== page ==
Florida’s unemployment system is a mess

The press is asking questions and showing human costs. Now, time to break the story open

MIAMI, FL — Tampa Bay Times writer Leonora LaPeter Anton did an admirable job this week putting a human face on a Florida story that deserves continued coverage: The state’s new web-based unemployment claims system is broken, and it’s unclear when public officials and the contractor who built it will get it fixed—or even who is responsible for the problems.

LaPeter Anton’s story follows Tina Cash, an out-of-work receptionist and pregnant single mother forced to sell her furniture and her infant car seat while she waits for the state to pay more than $2,000 in overdue unemployment benefits she is owed.

Cash, LaPeter Anton wrote:

is one of thousands of out-of-work Floridians who have gone weeks and months without receiving state unemployment benefits. The problems stem from the state’s new CONNECT website, which debuted Oct. 15. While state officials wrangle with Deloitte, the contractor, over repairs to the $63 million system, Cash and others struggle to keep the lights on and a roof over their heads.

Anton told me the story came together quickly after Times photographer Octavio Jones met Cash and heard about her problems with the unemployment program. After talking by phone with Cash over the weekend, Anton and Jones spent a day with her as she struggled to resolve her unemployment claim, dealt with being evicted from her apartment, and worked out ways to pay the bills she could.

“All day, she kept getting calls and telling people, ‘I owe you money,’” LaPeter Anton said. “You could see in that one day how dire her situation was.”

And Cash is just one of thousands, or even tens of thousands, affected by failures in the state program. Florida reporters have been cataloguing those flaws, but no one has quite cracked the story of what went wrong or who is responsible.

Like another infamous government website, the state’s new unemployment claims system was broken right out of the gate. The day after its launch, Michael Van Sickler and Brittany Alana Davis of the joint Times/Miami Herald Tallahassee bureau picked up on complaints on social media and at local claims offices. Two months later, state officials were acknowledging the problems, and Deloitte had returned a chunk of money, but basic questions remained unaddressed. “What exactly are the issues? Why did Deloitte pay $1.5 million to the state? DEO (Department of Economic Opportunity) spokeswoman Monica Russell said she would get answers — later,” Van Sickler,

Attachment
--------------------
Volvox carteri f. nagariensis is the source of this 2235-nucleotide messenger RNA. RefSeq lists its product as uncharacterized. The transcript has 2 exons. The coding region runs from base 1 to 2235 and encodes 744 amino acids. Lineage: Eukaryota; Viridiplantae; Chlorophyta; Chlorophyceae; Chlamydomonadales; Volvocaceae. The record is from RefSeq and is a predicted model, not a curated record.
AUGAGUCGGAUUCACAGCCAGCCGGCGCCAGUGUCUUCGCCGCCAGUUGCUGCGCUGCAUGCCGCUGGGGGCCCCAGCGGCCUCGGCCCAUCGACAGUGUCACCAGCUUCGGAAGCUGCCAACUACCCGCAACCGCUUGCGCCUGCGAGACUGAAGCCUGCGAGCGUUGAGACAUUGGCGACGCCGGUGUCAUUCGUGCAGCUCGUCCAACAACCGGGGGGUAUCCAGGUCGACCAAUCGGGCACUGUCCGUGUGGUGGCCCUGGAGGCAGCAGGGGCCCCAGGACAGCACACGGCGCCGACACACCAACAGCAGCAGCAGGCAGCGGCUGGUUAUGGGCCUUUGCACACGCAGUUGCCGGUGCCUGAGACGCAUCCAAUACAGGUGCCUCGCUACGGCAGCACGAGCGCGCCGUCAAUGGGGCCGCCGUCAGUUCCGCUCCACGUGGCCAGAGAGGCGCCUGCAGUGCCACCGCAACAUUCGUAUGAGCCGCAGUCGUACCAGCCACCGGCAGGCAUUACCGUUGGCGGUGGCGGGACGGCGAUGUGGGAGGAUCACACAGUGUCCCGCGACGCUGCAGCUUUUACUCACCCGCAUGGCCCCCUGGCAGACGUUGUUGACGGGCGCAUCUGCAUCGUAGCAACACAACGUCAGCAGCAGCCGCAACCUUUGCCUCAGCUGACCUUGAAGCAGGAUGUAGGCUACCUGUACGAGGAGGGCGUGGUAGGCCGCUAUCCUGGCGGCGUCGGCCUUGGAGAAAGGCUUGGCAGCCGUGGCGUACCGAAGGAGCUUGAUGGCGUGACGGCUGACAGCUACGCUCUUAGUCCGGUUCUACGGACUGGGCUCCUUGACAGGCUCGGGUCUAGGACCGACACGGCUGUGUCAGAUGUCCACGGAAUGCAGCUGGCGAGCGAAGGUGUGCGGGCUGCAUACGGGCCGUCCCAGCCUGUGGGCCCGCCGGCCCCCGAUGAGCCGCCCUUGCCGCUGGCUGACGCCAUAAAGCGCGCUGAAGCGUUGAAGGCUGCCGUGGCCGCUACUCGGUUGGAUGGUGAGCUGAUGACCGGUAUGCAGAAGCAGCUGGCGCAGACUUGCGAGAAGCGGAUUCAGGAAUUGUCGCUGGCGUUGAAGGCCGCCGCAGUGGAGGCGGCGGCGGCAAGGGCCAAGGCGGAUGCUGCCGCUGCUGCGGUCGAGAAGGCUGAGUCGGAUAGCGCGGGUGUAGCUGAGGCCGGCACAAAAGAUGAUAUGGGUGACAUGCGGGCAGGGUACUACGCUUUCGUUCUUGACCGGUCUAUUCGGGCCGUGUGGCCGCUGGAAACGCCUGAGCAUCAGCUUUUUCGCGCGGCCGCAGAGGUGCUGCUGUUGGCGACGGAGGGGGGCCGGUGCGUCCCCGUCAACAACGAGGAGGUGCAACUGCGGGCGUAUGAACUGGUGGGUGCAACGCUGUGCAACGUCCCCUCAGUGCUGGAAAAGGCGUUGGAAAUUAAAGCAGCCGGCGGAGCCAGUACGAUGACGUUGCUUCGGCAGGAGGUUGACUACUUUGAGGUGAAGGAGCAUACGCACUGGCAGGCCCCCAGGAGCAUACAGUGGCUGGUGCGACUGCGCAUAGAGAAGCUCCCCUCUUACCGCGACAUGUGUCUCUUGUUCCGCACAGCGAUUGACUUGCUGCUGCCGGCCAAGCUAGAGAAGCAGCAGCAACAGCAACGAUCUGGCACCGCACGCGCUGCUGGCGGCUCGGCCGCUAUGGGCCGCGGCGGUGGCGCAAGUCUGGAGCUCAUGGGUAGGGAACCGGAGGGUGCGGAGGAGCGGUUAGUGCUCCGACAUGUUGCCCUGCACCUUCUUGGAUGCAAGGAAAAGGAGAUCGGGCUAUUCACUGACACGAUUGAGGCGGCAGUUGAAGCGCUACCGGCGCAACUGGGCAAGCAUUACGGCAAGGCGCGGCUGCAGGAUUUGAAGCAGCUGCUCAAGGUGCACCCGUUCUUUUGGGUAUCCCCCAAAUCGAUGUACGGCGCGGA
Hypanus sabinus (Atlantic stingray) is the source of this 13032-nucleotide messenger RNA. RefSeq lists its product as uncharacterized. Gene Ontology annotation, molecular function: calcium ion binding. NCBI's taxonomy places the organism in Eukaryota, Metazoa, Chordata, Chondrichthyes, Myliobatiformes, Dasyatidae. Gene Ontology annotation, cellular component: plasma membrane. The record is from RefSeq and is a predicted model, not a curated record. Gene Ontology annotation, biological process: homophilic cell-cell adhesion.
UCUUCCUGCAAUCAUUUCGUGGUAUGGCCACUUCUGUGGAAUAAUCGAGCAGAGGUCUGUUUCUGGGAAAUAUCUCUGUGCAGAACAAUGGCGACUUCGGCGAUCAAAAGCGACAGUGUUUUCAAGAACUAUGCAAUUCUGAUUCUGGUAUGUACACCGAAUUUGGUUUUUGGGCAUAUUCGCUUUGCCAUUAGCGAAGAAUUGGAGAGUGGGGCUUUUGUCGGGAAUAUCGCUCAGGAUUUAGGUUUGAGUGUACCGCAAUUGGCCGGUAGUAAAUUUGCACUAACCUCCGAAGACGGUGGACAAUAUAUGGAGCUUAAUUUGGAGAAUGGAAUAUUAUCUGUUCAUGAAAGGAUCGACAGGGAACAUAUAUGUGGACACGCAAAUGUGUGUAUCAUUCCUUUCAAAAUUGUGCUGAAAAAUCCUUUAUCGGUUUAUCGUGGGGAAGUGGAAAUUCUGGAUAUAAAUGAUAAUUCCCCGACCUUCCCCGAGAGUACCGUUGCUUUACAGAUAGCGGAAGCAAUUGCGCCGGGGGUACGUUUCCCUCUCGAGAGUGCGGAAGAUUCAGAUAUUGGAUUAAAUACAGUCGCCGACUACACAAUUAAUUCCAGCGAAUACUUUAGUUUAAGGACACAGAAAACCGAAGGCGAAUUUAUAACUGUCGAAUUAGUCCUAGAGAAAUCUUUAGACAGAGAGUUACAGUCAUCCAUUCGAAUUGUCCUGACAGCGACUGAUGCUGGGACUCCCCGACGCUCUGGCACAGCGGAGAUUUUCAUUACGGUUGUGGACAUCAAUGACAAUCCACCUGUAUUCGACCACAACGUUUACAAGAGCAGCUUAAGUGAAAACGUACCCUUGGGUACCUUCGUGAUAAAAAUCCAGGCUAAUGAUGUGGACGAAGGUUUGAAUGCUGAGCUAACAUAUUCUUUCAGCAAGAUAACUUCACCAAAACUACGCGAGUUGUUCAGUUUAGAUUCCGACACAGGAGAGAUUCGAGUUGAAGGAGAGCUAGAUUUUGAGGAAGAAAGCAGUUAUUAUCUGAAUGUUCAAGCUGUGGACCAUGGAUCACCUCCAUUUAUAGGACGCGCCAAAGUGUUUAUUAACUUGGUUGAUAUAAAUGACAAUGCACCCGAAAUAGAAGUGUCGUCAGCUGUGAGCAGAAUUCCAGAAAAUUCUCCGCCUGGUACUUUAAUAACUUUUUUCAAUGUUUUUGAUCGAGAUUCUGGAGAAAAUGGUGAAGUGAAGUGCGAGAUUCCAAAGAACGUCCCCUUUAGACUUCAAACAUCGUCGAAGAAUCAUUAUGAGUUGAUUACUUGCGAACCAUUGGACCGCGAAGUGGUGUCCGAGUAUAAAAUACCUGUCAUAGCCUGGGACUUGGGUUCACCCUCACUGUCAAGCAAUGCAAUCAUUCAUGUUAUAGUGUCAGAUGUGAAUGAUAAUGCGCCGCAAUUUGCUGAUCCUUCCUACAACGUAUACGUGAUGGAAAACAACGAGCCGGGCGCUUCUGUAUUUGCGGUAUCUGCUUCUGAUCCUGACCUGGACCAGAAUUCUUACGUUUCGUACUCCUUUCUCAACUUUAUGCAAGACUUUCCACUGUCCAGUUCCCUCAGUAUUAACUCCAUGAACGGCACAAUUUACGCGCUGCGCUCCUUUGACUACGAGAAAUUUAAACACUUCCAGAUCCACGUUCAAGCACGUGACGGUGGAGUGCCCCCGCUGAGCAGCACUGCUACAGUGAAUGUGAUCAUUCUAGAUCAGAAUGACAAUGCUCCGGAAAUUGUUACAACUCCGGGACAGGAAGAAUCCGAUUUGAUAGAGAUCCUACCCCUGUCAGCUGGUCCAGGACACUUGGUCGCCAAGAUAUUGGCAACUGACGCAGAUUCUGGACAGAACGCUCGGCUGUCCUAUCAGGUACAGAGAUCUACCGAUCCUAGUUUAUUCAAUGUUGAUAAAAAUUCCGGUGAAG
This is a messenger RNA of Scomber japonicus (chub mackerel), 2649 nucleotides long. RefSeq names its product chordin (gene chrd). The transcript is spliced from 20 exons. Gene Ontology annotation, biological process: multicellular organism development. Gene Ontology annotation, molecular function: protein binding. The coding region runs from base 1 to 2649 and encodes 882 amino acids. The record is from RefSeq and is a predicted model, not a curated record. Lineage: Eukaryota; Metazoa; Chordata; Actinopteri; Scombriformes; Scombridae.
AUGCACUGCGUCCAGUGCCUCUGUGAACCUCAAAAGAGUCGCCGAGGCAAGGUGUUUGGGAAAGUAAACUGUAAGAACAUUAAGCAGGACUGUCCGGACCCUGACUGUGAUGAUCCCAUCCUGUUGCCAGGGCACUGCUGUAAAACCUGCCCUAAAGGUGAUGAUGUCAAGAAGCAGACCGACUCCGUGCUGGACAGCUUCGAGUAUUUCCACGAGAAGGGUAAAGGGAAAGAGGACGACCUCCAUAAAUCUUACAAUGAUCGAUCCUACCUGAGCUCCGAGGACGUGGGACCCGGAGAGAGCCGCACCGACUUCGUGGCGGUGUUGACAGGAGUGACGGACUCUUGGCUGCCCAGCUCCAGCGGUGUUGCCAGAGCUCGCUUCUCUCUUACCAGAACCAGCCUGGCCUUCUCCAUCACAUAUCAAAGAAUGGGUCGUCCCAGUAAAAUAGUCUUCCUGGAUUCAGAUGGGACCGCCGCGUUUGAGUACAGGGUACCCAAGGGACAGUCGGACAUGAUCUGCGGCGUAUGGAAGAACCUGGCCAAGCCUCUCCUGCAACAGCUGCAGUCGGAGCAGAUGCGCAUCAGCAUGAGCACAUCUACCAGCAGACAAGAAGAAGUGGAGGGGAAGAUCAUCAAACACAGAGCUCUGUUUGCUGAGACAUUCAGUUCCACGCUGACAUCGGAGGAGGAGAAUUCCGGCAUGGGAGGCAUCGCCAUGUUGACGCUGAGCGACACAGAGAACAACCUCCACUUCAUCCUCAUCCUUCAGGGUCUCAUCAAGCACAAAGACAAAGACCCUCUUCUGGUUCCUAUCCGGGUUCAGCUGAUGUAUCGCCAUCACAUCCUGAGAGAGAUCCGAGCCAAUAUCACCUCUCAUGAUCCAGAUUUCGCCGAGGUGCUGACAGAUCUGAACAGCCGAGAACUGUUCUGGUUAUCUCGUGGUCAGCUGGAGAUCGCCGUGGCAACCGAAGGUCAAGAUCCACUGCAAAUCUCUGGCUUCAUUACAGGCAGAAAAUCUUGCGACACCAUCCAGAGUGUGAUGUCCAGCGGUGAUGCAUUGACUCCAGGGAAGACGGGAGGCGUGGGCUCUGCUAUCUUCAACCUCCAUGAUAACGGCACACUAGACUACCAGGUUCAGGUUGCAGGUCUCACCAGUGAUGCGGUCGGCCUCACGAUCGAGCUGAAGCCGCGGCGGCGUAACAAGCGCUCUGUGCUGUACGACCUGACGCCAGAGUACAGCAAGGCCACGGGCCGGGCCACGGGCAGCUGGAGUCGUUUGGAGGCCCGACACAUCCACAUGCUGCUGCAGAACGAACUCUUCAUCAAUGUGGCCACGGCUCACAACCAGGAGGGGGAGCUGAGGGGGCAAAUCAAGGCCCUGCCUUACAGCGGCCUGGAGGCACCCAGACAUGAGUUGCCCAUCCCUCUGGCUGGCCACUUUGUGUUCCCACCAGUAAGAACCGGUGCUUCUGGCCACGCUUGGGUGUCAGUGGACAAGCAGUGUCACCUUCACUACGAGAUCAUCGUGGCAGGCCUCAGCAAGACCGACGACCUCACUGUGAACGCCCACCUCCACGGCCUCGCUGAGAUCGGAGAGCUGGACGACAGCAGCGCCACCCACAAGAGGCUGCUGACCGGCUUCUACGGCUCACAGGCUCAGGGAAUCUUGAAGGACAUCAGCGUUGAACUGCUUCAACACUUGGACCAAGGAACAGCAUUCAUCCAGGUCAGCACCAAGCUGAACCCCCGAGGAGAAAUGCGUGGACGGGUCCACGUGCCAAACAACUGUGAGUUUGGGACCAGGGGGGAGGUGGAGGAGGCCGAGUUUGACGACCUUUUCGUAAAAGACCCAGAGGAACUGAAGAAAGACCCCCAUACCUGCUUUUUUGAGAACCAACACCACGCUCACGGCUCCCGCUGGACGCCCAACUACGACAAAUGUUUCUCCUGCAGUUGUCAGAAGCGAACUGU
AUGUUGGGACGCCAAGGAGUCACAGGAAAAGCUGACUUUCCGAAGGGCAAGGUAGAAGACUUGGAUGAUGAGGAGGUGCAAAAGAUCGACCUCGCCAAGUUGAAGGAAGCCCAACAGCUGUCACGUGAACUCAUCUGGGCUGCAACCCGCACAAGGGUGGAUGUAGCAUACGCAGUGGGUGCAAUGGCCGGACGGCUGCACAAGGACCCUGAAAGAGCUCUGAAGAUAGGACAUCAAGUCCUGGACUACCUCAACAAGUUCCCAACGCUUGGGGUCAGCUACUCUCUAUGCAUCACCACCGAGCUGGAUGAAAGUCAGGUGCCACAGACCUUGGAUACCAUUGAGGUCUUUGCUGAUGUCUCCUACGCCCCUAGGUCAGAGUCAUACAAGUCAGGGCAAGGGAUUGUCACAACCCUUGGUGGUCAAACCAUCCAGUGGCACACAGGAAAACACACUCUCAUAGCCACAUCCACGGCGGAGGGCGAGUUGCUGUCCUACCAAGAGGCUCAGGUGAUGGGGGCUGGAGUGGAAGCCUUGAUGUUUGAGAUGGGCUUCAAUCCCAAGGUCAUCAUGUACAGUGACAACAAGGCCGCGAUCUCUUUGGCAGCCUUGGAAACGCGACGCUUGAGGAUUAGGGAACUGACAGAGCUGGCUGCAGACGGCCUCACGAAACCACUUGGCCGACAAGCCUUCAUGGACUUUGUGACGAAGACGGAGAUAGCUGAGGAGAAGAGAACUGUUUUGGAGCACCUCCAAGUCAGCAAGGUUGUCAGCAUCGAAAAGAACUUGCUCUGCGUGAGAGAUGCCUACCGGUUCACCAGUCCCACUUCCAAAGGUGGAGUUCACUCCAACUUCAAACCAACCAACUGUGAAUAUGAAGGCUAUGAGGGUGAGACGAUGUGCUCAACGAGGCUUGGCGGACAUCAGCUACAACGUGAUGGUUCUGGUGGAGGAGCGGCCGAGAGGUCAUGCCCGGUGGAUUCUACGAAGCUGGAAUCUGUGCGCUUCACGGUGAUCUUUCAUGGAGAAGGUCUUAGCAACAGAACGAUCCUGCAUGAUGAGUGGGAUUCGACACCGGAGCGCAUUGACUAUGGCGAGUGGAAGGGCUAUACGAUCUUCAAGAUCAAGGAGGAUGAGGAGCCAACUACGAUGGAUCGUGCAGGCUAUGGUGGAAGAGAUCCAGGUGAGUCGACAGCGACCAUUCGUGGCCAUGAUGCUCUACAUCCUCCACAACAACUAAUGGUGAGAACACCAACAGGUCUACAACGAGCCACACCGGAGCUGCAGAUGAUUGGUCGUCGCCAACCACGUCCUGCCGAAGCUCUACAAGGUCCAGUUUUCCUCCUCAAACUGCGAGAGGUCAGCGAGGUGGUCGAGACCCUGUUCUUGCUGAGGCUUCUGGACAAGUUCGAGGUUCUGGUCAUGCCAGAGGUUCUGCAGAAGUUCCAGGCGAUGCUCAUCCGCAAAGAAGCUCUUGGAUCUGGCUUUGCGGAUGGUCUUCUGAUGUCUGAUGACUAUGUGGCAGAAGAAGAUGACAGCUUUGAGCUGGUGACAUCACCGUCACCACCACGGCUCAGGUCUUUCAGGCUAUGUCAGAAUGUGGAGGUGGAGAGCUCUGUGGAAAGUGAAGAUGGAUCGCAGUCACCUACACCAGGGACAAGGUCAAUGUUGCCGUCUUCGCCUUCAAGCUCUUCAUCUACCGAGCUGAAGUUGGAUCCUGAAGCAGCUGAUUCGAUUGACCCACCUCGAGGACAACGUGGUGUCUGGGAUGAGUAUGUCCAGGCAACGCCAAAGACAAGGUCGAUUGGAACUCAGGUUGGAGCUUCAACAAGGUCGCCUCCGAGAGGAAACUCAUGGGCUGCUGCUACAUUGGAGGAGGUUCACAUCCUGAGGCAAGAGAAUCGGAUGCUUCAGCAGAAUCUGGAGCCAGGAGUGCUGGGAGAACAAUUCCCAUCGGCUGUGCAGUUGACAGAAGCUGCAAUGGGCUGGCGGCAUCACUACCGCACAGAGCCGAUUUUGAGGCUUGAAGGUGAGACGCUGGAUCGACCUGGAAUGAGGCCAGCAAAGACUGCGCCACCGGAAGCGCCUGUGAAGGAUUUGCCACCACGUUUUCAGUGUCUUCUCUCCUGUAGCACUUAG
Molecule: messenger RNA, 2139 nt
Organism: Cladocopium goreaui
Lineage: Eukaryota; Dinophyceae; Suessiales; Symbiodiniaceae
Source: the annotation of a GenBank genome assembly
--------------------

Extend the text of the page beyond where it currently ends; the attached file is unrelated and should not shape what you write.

wrote in a Dec. 15 article

Since then, the state has withheld a $3 million payment, began fining Deloitte $15,000 per day, and made plans to double the in-house staff that works to resolve benefit issues. Still, as LaPeter Anton’s story noted, state officials say they can’t even determine how many people are owed overdue payments.

“Jessica Sims, a spokesperson for the agency, didn’t know how many people had struggled to get paid by the system. ‘It’s not working to give out consistent and reliable data,’ she said,” LaPeter Anton wrote.

But there are some indications of the scale of the problem. After the new system was implemented, weekly claims dropped by an average of 20,000, or 18 percent, Van Sickler reported in late December. And The New York Times’ Frances Robles, in an article about problems with web-based systems in Florida and other states, wrote this week that the number of people who are owed back unemployment benefits is in the tens of thousands. (Robles is a former colleague and close friend of mine.)

As Robles’ articles notes, Deloitte was also involved with troubled programs in California and Massachusetts. Still, Florida’s problems are not a clear-cut case of contractor error: Deloitte claims it complied with its contract, and blames the state process for the problems. There’s something of a he-said, she-said flavor to the dispute. Just who screwed up and how? Exactly how many people have been left without this important lifeline? How much will the new system, which was supposed to save money, end up costing taxpayers? We don’t have clear answers yet.

The story is still unfolding, and LaPeter Anton said the Times plans to monitor the problems closely. That’s good to hear. Just late last night, Van Sickler reported that the state has unexpectedly brought in another company to help fix the system.

That move has in turn raised a whole new set of open questions, he wrote:

DEO spokeswoman Monica Russell wouldn’t explain the sudden hiring of Capgemini. How sudden was it? In a Wednesday morning DEO meeting, in which the CONNECT project manager provided updates to an oversight board, the hiring of Capgemini wasn’t even disclosed.

How much will it cost? How was this job advertised? What other companies bid on it? The DEO wasn’t saying.

Florida’s statehouse reporters, especially Van Sickler, are asking the right questions about what went wrong here. And stories like LaPeter Anton’s demonstrate the high stakes and the human impact. The story hasn’t been broken open yet, but with the state’s strong public records laws, and the inevitability of an email trail somewhere, the time is ripe for an enterprising Florida reporter to dig up the answers.

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Susannah Nesmith is CJR’s correspondent for Florida and Georgia. She is a freelance writer based in Miami with more than 25 years working for regional and national outlets. Follow her on Twitter @susannahnesmith. Tags: , , , ,